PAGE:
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Never Give Up

Discussion in 'Ethics & Morality' started by Property Of God, Aug 5, 2008.

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  1. "Never Give Up"
    by Bass Mitchell

    Do you ever just want to give up? Throw up your arms? Surrender? Quit? Call it a day? Call it a life?

    I don't know about you, but that's a constant temptation for me, especially when things get a little tough. What's that old saying...when the going gets tough, the tough get going? Yeah, tough times really tempt me to get going... in another direction or to the sideline to sit them out.

    There was a popular tv show on years ago that my family always watched - Hee Haw. In each show one segment had the saddest looking bunch of folks you've ever seen singing this song:

    Gloom, despair, and agony on me,
    Deep dark depression, excessive misery;
    if it weren't for bad luck I'd have no luck at all.
    Gloom, despair, and agony on me.

    Well, who hasn't sung that tune from time to time, or been tempted to make it our theme song?

    The hero in today's story from Jesus could have rightly sung that song. She could have given up long ago. She was a widow. The very word "widow" in Greek is "chera" and it means "forsaken," "empty." Whenever the Bible wishes to name the most helpless persons in a society, orphans and widows top the list. They had few rights. There was no Social Security, no welfare or Medicare. They were often exploited and abused. A more powerless person could not have been found. Yet, Jesus makes her the hero of the story (his heroes are always surprising, aren't they?) Yes, she's a hero, a model of persistence, patience, of never giving up. Ever!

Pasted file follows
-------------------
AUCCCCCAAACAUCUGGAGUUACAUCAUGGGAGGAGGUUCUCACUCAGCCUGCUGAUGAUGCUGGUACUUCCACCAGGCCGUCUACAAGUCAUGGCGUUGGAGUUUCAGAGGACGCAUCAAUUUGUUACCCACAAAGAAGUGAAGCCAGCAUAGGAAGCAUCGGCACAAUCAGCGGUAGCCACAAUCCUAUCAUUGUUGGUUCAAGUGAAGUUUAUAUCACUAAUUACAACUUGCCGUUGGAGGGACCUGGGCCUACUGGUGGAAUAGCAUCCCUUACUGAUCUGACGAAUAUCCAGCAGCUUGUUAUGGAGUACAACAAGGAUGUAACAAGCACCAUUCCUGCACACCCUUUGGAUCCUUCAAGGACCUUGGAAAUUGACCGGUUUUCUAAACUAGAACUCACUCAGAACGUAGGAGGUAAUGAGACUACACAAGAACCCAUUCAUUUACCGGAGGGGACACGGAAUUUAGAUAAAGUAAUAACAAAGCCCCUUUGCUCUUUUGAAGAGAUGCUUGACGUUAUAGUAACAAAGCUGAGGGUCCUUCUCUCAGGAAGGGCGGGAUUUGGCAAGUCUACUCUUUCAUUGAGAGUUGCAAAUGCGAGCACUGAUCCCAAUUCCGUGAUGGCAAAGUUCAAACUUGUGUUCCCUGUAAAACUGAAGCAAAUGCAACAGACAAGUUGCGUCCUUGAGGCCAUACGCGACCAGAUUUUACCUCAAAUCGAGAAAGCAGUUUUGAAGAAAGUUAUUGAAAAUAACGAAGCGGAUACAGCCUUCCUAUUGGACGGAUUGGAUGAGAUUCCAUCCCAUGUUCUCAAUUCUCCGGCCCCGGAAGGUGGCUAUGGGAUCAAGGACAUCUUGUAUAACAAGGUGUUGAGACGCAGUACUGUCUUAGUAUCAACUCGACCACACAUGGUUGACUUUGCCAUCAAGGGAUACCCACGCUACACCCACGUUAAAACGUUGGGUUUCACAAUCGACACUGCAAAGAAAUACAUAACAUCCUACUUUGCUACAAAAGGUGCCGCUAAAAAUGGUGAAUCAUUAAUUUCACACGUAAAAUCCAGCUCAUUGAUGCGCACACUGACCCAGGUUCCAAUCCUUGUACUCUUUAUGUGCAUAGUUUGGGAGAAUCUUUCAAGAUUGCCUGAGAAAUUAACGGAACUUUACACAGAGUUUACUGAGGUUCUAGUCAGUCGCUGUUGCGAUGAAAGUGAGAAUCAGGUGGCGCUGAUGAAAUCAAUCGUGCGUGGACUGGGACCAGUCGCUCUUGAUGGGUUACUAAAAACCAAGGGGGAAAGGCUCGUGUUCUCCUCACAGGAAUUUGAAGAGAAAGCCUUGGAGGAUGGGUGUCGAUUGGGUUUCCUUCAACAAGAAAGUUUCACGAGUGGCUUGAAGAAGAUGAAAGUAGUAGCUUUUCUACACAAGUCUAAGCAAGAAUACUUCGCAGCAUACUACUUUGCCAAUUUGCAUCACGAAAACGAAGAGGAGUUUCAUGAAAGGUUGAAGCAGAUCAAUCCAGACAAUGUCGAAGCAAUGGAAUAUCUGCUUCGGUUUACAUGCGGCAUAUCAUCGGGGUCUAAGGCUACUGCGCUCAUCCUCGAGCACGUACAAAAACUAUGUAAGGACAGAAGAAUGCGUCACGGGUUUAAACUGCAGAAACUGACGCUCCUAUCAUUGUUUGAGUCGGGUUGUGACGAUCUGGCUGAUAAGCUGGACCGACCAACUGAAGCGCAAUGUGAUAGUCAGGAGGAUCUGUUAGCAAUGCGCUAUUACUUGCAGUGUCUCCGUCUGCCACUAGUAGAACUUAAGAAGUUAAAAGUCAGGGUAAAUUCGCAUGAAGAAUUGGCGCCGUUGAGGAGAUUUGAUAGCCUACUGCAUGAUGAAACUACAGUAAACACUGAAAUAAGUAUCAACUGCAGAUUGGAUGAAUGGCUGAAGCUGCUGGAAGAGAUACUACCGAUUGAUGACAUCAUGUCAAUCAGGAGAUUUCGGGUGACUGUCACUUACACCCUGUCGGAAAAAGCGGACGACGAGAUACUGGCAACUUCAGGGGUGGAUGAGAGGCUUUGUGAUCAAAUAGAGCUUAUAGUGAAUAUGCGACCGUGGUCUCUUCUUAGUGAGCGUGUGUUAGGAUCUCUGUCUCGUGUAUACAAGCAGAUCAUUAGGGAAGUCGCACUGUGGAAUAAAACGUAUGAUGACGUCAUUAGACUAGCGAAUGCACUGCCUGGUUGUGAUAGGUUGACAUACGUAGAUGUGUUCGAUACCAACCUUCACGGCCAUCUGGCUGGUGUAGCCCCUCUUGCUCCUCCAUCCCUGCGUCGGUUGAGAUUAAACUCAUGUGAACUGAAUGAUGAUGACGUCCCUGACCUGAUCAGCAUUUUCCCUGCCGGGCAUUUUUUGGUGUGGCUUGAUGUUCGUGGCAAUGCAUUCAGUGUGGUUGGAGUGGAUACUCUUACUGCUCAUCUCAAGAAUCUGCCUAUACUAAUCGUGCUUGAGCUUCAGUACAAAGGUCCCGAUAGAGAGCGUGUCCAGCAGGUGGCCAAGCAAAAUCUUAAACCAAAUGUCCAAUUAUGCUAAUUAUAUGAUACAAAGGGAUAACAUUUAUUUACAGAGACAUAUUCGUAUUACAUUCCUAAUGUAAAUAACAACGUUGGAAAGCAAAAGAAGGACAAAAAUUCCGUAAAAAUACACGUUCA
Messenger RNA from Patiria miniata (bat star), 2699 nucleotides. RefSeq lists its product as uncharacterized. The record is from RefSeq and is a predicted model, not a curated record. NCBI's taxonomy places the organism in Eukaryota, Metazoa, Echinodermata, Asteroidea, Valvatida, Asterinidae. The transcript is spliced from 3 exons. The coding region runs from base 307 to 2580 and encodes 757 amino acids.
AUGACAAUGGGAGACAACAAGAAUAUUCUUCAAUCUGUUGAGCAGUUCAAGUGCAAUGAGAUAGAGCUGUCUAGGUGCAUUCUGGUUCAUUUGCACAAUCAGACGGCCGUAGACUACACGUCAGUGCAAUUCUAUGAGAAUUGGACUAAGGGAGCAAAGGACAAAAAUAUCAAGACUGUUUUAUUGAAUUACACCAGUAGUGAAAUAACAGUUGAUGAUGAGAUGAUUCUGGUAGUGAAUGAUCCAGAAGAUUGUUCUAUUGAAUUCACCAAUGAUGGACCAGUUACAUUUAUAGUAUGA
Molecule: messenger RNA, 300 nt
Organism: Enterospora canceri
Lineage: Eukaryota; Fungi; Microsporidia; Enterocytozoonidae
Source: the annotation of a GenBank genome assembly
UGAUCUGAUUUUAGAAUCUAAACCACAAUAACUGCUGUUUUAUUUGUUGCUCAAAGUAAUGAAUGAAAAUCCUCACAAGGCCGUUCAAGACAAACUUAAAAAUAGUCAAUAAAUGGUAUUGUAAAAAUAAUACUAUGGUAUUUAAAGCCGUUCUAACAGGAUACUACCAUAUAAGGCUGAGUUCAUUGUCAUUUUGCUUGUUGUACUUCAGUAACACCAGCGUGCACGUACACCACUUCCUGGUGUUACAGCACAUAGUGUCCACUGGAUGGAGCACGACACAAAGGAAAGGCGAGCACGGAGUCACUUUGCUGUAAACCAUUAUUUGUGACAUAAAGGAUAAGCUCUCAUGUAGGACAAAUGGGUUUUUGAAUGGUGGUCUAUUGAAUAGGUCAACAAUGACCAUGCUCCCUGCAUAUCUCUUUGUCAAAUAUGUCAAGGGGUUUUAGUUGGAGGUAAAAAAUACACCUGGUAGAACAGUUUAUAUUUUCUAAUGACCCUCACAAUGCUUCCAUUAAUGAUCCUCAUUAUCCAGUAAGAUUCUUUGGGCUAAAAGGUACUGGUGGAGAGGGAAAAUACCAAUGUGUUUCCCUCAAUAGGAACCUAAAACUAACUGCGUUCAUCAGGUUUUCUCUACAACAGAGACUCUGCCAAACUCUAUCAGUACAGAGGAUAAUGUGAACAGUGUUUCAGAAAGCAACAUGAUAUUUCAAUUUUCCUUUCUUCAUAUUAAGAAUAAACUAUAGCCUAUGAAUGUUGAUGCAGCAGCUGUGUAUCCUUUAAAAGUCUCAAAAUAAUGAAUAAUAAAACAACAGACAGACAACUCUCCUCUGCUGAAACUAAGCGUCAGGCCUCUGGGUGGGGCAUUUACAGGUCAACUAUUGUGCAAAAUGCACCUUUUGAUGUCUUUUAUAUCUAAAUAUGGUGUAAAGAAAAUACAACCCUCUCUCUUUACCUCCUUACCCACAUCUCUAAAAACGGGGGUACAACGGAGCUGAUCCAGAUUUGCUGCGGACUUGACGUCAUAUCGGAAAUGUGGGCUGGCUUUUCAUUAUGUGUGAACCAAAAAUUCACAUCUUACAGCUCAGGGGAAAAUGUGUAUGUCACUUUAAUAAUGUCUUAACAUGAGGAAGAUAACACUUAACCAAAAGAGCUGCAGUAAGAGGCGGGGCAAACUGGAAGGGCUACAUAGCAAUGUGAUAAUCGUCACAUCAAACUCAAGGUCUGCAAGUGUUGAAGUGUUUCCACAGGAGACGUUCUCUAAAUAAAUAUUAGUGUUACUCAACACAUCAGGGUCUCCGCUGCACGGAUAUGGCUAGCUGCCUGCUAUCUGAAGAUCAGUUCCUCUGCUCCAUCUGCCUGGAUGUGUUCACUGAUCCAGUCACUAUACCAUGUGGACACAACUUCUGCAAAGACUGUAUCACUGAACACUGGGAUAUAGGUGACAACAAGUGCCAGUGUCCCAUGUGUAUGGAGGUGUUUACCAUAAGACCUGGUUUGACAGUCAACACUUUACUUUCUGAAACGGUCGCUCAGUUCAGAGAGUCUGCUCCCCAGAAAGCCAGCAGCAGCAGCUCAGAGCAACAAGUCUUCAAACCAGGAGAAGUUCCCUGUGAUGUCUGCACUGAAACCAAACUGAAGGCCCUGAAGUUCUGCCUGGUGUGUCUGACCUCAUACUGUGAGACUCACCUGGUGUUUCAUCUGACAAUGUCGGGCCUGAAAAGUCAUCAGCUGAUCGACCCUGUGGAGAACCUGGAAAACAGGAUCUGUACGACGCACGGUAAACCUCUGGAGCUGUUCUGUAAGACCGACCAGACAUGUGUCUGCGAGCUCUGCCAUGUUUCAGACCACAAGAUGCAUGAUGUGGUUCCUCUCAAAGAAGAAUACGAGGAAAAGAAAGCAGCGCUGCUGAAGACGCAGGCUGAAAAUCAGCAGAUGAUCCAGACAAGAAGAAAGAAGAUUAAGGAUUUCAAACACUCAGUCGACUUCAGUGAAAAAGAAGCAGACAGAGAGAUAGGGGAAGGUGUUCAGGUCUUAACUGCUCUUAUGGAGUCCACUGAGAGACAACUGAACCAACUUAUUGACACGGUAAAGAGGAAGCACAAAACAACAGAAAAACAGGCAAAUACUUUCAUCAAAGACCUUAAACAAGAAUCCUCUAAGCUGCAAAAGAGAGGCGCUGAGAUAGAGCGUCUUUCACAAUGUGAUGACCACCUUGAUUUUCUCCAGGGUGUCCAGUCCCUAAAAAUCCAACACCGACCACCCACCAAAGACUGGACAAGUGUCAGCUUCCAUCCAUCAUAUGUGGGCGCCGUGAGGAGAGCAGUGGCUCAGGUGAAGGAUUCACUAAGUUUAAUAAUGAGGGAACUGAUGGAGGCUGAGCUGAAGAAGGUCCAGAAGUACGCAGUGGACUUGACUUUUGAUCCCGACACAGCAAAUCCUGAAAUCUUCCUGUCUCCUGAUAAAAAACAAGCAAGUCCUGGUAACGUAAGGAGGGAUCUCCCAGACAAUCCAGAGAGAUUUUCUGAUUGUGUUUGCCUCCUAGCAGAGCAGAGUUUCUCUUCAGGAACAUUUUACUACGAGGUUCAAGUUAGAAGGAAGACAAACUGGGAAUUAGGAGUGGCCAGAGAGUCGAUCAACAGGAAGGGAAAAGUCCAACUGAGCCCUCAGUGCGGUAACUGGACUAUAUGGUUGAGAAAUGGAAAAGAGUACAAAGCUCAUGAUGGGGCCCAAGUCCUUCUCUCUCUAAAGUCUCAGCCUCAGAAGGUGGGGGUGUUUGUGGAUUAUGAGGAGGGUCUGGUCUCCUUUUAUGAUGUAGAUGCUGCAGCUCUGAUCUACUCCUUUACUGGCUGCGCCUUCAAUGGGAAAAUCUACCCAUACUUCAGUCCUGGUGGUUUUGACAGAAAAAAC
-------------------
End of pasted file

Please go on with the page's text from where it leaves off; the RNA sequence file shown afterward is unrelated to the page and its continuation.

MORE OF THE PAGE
There is a great message here in her, in this story. I need it. Maybe you do too.


    This woman didn't. She had ever reason to do so. Everything was against her. She had nothing. What little she had had been taken from her. She couldn't afford a high priced, powerful lawyer to represent her. Even the legal system itself was stacked against her. No power, No status. A nobody to most everybody. But not to herself! She refused to sit down and sing that old Hee Haw tune. She would not take on the role of victim, of woe is me.

    To the contrary, she had a sense of dignity, of worth. Her voice was tiny, but she raised it anyway. Her power was small, but she used what she had. Maybe everyone else had given up on her, if they noticed her at all, but she had not given up. Never! Ever!

    It really hurts when we get the message from others that we are nobodys, that we don't matter, that we are losers. That's a terrible burden to bear. But we can bear that as long as we do not say to ourselves, "They're right. I am a loser. Give up." Yet that's how many people do see themselves or are made to see themselves.

    They've lost so many times, failed at one thing after another, been knocked down just once too often and just don't want to get up again.

    Norman Vincent Peale traveling in Hong Kong, passed a tattoo shop. On the shop window were various examples - a flag, dagger, slogans. One caught his eye: "Born to Lose." He was curious and went inside to ask about it. "Do people really ask for that tattoo?" he asked. "Yes," the man replied. "Why would anyone want to be branded with that?" Peale asked. The old man shrugged and said, "Before tattoo on chest, tattoo already on mind."

    We all fail sometimes. We all lose sometimes. We can fall flat on our faces and sometimes because someone else tripped us. Life is not fair sometimes. But we do not have to stay down. We do not have to give up. God does not give up on us. Others may. God never does. And frankly, that's what keeps me going more often than not - knowing that the great and good Creator of all loves me, values me, never gives up on me. Let that be tattooed on your mind and heart, my friends.

    There's a second message in the widow's story:


    This widow did not give up on her self. Neither would she give up on that judge, as unfeeling and corrupt as he was. She was not going to stop pestering him until he did the right thing by her. She believed he would, if only to get rid of her.